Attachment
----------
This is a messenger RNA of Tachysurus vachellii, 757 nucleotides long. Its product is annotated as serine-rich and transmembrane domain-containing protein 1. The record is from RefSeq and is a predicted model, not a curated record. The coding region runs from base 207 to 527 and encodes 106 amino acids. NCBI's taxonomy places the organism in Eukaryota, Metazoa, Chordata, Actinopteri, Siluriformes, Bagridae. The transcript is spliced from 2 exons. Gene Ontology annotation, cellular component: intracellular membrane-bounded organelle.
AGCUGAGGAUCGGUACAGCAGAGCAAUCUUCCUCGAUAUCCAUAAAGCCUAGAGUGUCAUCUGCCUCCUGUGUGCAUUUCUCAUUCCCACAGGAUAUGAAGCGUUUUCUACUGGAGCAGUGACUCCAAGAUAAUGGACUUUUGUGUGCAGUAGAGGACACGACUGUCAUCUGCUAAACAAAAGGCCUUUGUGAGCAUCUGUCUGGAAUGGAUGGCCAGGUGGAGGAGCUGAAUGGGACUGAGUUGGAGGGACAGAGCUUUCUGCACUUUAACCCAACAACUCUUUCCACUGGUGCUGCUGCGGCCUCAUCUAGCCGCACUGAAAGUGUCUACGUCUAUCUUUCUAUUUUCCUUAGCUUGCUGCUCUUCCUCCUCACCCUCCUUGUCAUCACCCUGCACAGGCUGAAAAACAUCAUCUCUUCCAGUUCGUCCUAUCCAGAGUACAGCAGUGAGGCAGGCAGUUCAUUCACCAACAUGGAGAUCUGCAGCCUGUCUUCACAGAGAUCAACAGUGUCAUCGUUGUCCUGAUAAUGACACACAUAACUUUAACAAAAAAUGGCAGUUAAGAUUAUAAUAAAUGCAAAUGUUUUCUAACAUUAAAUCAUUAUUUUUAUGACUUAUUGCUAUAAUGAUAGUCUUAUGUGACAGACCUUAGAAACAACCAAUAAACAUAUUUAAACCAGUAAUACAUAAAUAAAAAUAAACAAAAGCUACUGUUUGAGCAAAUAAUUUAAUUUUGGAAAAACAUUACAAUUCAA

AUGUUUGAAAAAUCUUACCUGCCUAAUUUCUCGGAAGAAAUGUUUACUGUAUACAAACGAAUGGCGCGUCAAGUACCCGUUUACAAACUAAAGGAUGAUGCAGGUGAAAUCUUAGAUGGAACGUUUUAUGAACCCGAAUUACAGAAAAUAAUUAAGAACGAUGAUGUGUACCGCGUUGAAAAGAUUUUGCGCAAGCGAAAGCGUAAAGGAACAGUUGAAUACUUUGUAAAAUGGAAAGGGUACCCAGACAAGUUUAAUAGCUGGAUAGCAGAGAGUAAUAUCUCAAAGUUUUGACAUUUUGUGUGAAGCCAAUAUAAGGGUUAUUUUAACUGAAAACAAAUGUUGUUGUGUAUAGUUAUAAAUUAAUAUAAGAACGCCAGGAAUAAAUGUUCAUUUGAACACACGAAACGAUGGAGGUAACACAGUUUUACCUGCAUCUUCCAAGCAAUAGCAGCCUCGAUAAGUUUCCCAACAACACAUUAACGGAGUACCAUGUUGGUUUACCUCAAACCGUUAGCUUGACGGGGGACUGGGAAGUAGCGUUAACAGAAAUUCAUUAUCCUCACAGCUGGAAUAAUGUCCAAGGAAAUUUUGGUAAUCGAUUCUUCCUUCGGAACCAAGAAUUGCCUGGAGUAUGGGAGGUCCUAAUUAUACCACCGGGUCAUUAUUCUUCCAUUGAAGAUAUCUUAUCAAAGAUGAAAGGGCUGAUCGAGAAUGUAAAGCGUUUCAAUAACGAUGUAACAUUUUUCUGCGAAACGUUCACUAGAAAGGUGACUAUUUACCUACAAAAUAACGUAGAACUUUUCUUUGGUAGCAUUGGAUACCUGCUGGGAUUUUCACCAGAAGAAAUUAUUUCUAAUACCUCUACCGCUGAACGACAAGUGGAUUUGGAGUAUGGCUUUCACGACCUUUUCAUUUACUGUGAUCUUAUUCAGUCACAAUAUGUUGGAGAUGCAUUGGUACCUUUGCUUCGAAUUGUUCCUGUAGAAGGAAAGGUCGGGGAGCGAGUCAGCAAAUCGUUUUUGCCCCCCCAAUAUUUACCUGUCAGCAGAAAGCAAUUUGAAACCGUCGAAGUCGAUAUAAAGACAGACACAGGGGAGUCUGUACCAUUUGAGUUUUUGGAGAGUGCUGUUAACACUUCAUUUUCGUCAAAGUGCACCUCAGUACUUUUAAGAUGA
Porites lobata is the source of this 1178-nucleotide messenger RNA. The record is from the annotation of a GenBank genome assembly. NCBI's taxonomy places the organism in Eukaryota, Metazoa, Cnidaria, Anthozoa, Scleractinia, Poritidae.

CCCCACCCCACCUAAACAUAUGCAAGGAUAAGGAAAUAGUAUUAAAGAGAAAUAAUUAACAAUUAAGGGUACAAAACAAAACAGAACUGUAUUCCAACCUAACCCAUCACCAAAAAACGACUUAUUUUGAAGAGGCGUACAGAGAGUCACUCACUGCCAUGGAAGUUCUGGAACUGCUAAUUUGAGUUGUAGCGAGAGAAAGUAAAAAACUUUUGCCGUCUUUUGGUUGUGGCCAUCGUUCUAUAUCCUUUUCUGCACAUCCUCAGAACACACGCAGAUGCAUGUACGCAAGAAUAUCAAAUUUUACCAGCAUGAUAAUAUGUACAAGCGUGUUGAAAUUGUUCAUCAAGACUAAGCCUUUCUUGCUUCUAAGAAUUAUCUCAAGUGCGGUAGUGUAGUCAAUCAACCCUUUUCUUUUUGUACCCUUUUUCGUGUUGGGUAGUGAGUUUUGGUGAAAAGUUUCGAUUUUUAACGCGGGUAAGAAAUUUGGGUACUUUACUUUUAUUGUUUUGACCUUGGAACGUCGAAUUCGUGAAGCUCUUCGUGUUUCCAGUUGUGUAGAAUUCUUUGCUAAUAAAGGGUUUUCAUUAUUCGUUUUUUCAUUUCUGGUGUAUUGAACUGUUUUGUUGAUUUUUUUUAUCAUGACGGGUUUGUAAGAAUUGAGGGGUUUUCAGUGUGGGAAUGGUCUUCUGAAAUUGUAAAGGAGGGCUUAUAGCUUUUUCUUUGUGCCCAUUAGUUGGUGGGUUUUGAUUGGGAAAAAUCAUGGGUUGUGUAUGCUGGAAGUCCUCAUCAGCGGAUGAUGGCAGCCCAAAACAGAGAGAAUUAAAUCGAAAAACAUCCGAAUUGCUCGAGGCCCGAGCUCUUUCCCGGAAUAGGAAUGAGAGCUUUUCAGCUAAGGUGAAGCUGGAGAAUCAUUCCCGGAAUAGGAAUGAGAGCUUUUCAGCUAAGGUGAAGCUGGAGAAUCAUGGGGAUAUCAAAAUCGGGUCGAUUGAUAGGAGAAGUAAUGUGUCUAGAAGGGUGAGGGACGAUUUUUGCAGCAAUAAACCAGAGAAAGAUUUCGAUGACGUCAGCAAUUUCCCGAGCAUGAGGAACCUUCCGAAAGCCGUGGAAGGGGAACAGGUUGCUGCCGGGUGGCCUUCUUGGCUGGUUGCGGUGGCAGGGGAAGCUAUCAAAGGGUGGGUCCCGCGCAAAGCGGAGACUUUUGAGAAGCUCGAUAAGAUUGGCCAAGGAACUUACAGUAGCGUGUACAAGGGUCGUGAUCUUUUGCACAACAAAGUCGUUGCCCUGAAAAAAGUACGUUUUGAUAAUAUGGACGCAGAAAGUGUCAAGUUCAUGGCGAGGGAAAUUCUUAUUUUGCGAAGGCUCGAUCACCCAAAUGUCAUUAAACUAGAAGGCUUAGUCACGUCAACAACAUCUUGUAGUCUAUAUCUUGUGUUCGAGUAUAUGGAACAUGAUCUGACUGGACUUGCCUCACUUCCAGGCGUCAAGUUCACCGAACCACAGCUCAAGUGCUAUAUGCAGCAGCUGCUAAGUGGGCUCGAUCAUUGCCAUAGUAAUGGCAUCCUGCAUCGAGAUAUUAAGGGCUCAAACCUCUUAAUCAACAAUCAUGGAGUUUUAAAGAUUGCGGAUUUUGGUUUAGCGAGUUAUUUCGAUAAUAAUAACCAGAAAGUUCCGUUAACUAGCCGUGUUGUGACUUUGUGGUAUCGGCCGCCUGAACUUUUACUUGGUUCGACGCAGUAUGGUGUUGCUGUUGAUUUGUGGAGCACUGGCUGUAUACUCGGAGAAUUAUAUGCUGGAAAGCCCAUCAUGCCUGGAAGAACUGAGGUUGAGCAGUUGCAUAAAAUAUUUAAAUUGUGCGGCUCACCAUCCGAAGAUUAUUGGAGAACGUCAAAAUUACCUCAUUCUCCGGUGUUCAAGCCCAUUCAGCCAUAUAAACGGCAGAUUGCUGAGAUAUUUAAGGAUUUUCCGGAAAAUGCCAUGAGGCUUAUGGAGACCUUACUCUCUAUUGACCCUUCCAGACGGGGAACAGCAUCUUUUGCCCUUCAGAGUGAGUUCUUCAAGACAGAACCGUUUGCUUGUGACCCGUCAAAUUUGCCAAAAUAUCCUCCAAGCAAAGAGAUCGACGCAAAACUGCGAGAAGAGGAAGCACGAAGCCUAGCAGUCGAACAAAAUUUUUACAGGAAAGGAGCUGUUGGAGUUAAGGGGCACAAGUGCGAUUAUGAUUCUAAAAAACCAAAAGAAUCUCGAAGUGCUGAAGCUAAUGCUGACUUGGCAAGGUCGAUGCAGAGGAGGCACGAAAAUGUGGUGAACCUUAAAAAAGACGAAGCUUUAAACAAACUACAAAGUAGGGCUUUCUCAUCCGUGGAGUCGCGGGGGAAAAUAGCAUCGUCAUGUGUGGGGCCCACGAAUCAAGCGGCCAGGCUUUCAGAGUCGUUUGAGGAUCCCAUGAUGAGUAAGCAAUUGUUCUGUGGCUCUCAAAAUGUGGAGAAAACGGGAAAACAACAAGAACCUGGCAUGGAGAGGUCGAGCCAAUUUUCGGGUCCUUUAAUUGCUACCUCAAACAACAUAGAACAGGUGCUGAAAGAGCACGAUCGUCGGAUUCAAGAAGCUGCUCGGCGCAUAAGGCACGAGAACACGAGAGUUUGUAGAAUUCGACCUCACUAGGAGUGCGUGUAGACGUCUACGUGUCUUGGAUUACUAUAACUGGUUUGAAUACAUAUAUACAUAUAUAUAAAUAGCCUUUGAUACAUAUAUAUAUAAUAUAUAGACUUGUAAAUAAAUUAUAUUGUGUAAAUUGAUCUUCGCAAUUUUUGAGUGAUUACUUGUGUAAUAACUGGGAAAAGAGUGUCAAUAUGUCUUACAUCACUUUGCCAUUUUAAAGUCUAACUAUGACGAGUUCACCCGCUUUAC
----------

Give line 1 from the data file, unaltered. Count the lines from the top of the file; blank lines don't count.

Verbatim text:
This is a messenger RNA of Tachysurus vachellii, 757 nucleotides long. Its product is annotated as serine-rich and transmembrane domain-containing protein 1. The record is from RefSeq and is a predicted model, not a curated record. The coding region runs from base 207 to 527 and encodes 106 amino acids. NCBI's taxonomy places the organism in Eukaryota, Metazoa, Chordata, Actinopteri, Siluriformes, Bagridae. The transcript is spliced from 2 exons. Gene Ontology annotation, cellular component: intracellular membrane-bounded organelle.